A hospital where the staff is happy is good for patients, says a new study.
In the study, John Griffith, professor in the University of Michigan School of Public Health examined the attributes of 34 community hospitals in nine states that have earned the Health Care Sector Malcolm Baldrige National Quality Award, a nationally recognized quality benchmark for various industries.
The findings suggest that the single-biggest factor in patient satisfaction is hospital employee morale, which starts with outside-the-box thinking at the very top management levels.
Griffith said that these community hospitals had the happiest patients and caregivers, but only because these hospitals departed radically from traditional hospital management.
For example, at the Florida hospital where patients receive a welcome letter with the CEO's signature and home phone number, they're also paid a visit by their unit's nurse manager, who also leaves cell and office phone numbers.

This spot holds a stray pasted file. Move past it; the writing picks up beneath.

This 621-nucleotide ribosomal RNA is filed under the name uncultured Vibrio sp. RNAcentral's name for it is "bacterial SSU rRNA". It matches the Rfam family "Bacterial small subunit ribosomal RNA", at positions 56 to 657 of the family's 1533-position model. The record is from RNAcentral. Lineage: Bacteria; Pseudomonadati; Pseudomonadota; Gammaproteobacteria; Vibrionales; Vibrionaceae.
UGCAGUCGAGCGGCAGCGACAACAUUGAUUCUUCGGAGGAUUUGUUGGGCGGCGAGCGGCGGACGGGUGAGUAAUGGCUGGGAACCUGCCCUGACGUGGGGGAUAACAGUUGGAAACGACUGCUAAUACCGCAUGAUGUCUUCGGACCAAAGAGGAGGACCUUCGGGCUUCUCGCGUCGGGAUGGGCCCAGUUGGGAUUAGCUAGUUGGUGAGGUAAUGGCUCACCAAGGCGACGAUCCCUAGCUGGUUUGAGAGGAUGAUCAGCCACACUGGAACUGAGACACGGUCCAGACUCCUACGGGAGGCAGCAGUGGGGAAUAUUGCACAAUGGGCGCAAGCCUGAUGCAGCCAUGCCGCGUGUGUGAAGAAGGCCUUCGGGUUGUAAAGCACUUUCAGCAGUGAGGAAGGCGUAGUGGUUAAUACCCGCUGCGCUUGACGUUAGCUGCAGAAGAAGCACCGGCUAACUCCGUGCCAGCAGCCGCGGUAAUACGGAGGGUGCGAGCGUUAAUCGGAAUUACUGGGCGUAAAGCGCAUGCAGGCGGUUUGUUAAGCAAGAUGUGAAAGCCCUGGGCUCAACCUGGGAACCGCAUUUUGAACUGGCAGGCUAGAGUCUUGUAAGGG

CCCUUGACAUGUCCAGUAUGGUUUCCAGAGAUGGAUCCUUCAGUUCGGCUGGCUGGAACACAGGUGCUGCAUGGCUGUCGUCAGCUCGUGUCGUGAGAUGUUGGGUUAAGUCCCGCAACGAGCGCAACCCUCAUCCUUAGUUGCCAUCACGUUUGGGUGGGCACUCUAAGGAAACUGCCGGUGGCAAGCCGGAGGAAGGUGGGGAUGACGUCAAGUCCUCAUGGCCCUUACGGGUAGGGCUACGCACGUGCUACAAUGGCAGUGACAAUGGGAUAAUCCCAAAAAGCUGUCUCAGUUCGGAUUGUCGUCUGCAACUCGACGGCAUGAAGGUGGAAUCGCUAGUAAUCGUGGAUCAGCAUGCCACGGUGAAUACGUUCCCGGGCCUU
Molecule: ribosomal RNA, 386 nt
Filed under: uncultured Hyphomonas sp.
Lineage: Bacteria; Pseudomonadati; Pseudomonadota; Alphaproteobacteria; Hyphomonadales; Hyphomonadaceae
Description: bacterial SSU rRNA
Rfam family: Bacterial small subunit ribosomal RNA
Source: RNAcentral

Griffith said that this personal service doesn''t come cheaply, yet the hospitals kept costs low enough to thrive financially on standard Medicare and insurance payments, despite paying employees "extremely well."
"They reward a good job, both with celebration and financially with cash. One of the interesting things about these places is they don't have any nursing shortages. They have enough nurses, well-trained nurses and well-motivated nurses," he said.